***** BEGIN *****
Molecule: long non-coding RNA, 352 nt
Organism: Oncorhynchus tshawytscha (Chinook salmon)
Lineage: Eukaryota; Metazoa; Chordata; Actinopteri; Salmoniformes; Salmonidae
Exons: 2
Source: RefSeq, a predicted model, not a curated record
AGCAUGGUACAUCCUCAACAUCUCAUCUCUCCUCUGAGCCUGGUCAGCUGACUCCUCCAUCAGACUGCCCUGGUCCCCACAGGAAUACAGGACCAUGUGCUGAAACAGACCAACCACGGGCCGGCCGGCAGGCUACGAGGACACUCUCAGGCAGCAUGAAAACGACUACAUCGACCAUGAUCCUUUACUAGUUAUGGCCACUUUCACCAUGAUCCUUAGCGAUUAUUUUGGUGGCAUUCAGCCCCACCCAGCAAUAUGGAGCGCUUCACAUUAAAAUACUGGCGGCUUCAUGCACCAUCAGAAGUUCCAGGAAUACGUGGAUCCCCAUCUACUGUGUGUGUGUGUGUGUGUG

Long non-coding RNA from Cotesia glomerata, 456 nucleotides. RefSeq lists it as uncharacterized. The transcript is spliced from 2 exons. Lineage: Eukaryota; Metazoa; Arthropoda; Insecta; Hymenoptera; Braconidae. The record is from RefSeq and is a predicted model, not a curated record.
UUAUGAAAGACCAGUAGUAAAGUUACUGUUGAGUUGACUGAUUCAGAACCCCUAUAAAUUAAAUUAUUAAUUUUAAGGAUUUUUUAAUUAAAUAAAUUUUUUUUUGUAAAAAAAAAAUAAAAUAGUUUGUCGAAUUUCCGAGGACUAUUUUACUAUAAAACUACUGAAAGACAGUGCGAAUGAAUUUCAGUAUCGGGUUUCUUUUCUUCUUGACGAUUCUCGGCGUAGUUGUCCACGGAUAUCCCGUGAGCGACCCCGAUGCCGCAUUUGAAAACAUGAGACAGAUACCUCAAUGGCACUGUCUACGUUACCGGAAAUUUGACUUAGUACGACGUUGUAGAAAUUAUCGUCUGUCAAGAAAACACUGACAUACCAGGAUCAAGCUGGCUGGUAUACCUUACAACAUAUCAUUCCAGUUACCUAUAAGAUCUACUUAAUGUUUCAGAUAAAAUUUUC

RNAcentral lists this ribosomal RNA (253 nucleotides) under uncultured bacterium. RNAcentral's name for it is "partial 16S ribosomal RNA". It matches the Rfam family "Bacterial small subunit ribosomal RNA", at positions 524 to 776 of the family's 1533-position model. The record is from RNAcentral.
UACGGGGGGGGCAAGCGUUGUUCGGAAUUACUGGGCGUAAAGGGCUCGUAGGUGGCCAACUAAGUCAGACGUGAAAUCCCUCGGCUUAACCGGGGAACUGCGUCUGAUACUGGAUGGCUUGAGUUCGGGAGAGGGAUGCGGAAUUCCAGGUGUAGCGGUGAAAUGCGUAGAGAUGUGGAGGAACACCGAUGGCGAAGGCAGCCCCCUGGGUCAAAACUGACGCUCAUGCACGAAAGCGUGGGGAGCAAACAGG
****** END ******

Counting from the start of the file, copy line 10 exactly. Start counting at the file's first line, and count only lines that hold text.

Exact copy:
UACGGGGGGGGCAAGCGUUGUUCGGAAUUACUGGGCGUAAAGGGCUCGUAGGUGGCCAACUAAGUCAGACGUGAAAUCCCUCGGCUUAACCGGGGAACUGCGUCUGAUACUGGAUGGCUUGAGUUCGGGAGAGGGAUGCGGAAUUCCAGGUGUAGCGGUGAAAUGCGUAGAGAUGUGGAGGAACACCGAUGGCGAAGGCAGCCCCCUGGGUCAAAACUGACGCUCAUGCACGAAAGCGUGGGGAGCAAACAGG